Amanda Berry, Gina DeJesus and Michelle Knight, the three women held against their will for a decade locked in a Cleveland, Ohio, home, posted a video on YouTube early this morning to offer thanks for the support they have received trying to rebuild their lives.
Each of the women appeared separately in the 3-minute, 33-second video, with Berry and Knight each making a brief statement, while DeJesus answered questions from someone off camera, followed by her father, Felix DeJesus, and then her mother, Nancy Ruiz.
Berry appears calm and happy in the video, which was filmed July 2. She smiles frequently, as she offers thanks not only for those who have helped her, but to those who have respected the three women's request for privacy.
"First and foremost, I want everyone to know how happy I am to be home with my family, my friends," she says. "It's been unbelievable. I want to thank everyone who has helped me and my family through this entire ordeal. Everyone who has been there to support us has been a blessing to have such an outpouring of love and kindness. I am getting stronger each day and having my privacy has helped immensely."
In response to a question of what she wants to say, DeJesus briefly answers that she would like to say thank you, before her father and then her mother speak at greater length.
Ruiz reflected on the love and support of neighbors, such as those who played such a big role in helping the three young women finally escape their captivity.
"Parents in general that do have a loved one missing, please do me one big favor. Count on your neighbors. Don't be afraid to ask for the help because help is available," she said.
Knight, who appears last, expresses confidence for the future and talks about how her faith in God has helped her.
"I may have been through hell and back, but I am strong enough to walk through hell with a smile on my face and with my head held high and my feet firmly on the ground," she says. "Walking hand-in-hand with my best friend, I will not let the situation define who I am. I will define the situation."
Kathy Joseph, an attorney for Knight, said in a statement about the video that the three young women wanted to "say thank you to people from Cleveland and across the world."
"People are recognizing them now as they go about in public, so they decided to put voices and faces to their heartfelt messages," Joseph said. "It was their decision to relay their thanks in this way to all of the many people who have offered support to them, for which they are extremely grateful."
James Wooley, attorney for Amanda Berry and Gina DeJesus, said the release of the video does not mean that the three women will begin making public appearances or granting interviews any time soon.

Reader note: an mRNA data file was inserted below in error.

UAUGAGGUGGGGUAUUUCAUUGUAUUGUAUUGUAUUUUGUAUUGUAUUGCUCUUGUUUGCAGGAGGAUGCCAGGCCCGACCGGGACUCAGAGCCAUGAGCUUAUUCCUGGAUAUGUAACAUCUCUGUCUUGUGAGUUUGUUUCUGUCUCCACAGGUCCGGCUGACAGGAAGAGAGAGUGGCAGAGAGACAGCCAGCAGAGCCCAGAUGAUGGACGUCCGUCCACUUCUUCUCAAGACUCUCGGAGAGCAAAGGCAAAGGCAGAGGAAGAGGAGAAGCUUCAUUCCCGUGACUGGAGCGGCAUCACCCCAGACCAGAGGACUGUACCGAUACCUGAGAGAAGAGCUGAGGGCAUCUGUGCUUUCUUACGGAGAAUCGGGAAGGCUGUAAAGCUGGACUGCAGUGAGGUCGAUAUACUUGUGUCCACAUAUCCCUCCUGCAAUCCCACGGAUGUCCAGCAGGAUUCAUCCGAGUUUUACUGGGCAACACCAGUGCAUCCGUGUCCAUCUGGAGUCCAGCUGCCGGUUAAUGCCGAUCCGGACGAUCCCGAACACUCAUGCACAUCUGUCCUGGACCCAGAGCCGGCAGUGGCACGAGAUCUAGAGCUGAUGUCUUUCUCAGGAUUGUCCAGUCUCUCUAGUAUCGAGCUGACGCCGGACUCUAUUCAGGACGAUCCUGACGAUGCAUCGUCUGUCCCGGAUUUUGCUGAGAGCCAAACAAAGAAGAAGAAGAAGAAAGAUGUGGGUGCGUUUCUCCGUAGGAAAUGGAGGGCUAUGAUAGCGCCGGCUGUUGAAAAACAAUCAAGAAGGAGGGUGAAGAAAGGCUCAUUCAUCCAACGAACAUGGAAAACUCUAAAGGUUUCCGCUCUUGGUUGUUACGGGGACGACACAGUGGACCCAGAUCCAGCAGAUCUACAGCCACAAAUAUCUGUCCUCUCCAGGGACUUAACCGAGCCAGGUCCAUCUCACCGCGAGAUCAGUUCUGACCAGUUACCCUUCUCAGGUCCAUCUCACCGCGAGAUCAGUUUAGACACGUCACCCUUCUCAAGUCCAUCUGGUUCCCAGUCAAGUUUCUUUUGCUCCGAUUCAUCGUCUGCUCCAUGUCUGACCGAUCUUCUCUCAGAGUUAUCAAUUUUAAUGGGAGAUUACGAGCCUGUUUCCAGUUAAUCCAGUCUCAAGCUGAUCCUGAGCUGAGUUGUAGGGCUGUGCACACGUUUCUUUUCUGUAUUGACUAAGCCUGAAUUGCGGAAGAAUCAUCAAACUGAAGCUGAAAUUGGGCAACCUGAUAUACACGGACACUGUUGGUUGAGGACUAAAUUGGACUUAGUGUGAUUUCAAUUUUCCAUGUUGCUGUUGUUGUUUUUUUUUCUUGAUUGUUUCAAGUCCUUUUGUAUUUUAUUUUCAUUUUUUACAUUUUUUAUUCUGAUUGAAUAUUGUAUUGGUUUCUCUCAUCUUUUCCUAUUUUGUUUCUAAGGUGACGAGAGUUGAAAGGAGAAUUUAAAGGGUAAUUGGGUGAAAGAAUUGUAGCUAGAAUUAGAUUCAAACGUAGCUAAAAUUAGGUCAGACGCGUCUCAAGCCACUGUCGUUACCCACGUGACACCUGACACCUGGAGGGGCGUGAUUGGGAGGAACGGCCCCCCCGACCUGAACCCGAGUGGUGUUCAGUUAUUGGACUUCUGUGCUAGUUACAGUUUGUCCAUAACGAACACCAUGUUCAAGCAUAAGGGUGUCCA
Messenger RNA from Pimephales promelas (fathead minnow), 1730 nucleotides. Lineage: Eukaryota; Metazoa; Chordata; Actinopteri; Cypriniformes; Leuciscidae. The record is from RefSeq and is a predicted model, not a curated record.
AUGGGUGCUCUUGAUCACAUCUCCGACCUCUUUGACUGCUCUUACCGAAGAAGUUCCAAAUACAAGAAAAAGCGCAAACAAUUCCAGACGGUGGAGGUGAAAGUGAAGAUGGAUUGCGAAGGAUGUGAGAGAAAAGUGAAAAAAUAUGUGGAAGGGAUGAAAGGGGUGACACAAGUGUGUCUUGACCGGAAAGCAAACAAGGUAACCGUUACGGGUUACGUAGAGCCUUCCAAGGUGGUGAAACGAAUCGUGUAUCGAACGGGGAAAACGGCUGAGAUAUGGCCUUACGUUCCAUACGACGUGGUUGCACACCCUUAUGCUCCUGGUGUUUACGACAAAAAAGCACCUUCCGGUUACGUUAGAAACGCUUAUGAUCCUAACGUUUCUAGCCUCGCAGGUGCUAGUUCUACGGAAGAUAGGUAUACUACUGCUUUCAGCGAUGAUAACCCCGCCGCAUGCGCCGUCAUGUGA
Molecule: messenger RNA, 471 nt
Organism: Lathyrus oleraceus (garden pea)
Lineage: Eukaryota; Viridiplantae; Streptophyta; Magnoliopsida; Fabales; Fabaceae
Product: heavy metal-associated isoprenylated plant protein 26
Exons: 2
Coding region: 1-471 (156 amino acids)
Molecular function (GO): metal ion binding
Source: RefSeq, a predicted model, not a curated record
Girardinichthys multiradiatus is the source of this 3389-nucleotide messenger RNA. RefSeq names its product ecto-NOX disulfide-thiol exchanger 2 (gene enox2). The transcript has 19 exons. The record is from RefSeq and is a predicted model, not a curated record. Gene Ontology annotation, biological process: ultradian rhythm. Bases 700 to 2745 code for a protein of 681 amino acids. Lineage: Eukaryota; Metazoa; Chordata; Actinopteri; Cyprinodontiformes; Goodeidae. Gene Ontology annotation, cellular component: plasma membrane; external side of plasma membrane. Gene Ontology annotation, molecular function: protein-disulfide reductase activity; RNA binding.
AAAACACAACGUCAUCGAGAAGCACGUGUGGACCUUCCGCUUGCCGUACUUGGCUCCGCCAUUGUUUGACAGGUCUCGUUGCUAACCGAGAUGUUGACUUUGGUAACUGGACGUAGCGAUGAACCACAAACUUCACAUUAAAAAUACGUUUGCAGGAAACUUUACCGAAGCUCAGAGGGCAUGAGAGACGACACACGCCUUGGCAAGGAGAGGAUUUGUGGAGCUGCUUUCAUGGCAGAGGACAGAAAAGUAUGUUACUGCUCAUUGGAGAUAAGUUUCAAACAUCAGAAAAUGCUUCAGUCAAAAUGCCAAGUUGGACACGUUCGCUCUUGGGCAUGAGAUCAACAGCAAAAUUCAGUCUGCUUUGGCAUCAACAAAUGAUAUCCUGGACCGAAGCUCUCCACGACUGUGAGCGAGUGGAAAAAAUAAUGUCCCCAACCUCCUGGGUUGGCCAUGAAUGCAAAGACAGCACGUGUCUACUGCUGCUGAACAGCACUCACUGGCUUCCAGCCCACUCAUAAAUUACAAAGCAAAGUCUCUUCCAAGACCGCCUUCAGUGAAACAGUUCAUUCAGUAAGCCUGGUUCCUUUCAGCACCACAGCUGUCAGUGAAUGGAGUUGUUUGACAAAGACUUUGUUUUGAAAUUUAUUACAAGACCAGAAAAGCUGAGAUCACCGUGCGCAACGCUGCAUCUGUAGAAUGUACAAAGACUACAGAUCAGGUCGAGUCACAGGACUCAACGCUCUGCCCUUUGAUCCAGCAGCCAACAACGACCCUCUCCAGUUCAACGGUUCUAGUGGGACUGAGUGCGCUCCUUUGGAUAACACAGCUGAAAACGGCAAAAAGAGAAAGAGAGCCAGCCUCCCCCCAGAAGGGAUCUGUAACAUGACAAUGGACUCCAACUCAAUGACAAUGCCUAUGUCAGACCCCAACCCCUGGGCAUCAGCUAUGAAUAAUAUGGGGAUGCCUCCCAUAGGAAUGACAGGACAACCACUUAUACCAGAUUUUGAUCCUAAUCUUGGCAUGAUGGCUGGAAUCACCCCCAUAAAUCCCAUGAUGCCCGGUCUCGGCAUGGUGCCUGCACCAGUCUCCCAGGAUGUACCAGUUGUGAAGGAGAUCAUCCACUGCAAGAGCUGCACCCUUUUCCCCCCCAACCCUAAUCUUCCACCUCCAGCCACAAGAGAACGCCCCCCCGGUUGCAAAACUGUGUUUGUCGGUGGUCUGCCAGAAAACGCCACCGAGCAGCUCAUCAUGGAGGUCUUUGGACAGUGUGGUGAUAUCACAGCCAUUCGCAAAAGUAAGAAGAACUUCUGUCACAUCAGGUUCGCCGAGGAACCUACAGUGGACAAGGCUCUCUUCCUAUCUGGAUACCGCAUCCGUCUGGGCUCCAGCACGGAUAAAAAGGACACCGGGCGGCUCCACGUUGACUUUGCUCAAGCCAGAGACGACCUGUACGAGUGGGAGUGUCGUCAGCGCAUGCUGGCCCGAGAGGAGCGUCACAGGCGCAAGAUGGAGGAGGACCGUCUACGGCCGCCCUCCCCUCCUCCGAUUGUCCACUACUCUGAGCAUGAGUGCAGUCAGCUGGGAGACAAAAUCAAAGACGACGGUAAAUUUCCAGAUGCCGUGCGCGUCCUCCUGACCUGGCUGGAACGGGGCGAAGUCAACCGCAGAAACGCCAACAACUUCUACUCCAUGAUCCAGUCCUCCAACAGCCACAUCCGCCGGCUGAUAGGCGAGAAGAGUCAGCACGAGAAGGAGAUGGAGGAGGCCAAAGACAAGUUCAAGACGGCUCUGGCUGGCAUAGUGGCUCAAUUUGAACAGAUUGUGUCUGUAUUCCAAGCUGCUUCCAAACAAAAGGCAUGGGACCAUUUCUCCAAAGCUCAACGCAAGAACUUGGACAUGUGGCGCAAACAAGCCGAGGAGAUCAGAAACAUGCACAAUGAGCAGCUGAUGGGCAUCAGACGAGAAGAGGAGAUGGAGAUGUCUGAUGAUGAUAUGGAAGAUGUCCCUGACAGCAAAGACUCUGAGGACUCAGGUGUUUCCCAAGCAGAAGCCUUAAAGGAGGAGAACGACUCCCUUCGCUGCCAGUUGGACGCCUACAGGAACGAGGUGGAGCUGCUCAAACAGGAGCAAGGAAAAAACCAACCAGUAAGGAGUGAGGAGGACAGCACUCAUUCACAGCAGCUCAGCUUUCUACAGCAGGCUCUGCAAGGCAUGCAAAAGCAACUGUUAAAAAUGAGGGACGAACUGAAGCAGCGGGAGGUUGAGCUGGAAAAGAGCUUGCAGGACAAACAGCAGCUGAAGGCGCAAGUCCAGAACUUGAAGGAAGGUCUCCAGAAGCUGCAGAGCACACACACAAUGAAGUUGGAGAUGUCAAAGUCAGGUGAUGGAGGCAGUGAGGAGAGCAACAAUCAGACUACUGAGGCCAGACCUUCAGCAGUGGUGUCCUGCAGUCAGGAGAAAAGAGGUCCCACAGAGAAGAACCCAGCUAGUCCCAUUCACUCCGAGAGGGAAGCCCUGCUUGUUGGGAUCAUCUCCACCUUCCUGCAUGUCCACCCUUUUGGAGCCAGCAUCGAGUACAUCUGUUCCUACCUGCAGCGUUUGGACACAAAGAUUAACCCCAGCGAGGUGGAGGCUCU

"It is important for everyone, especially the media, to understand that the three women still have a strong desire for privacy," Wooley said. "They do not want to talk about their ordeal with the media or anyone else. This cannot be stated strongly enough."
Ariel Castro, 52, the man accused of kidnapping the three women and keeping them inside his home, has pleaded not guilty to a 329-count indictment that includes charges of kidnapping and rape.
Castro, a former school bus driver, also is also accused of the aggravated murder of a fetus for allegedly forcibly causing an abortion in one of his victims that he is accused of impregnating, a charge that could potentially carry the death penalty.
Castro allegedly snatched Berry, DeJesus and Knight between 2002 and 2004 and imprisoned them, sometimes restrained by chains.
The women were freed on May 6 when Berry cried out for help from behind a closed screen door, getting the attention of neighbors.
"Help me. I'm Amanda Berry. I've been kidnapped, and I've been missing for 10 years, and I'm, I'm here, I'm free now," she told a 911 dispatcher, as she escaped the home with her daughter.
Last week, a judge ruled Castro competent to stand trial and denied him access to the 6-year-old daughter he allegedly fathered with Amanda Berry.
Jury selection for Castro's trial is scheduled to begin on Aug. 5.
The women have had little comment to the media before today's video, but last week released statements through representatives saying that they want Castro's trial resolved quickly, according to The Associated Press.
"The longer this process lasts, the more painful it is for them," said attorney Kathy Joseph, representing Knight. "And the more sordid details of this horror that get disclosed in this process, the more painful it is for them."
"The simple, honest truth is they would like it to be over," said James Wooley, representing Berry and DeJesus. "They want this whole thing behind them. Any date set by which this may end is like light at the end of a tunnel."
In May, a letter released by attorneys for the three women on their behalf said that they were "happy and safe" as they recovered from their harrowing ordeal.
"The outpouring of public support has been nothing short of remarkable," the letter read. "To have complete strangers offer loving support in the form of money, goods and services, reaching out to help like a family member, is appreciated in ways that are impossible to put into words. Amanda, Gina and Michelle, who have asked for nothing, are frankly overwhelmed by it all."
ABC News' Alyssa Newcomb, Alexis Shaw and Michael S. James contributed to this report.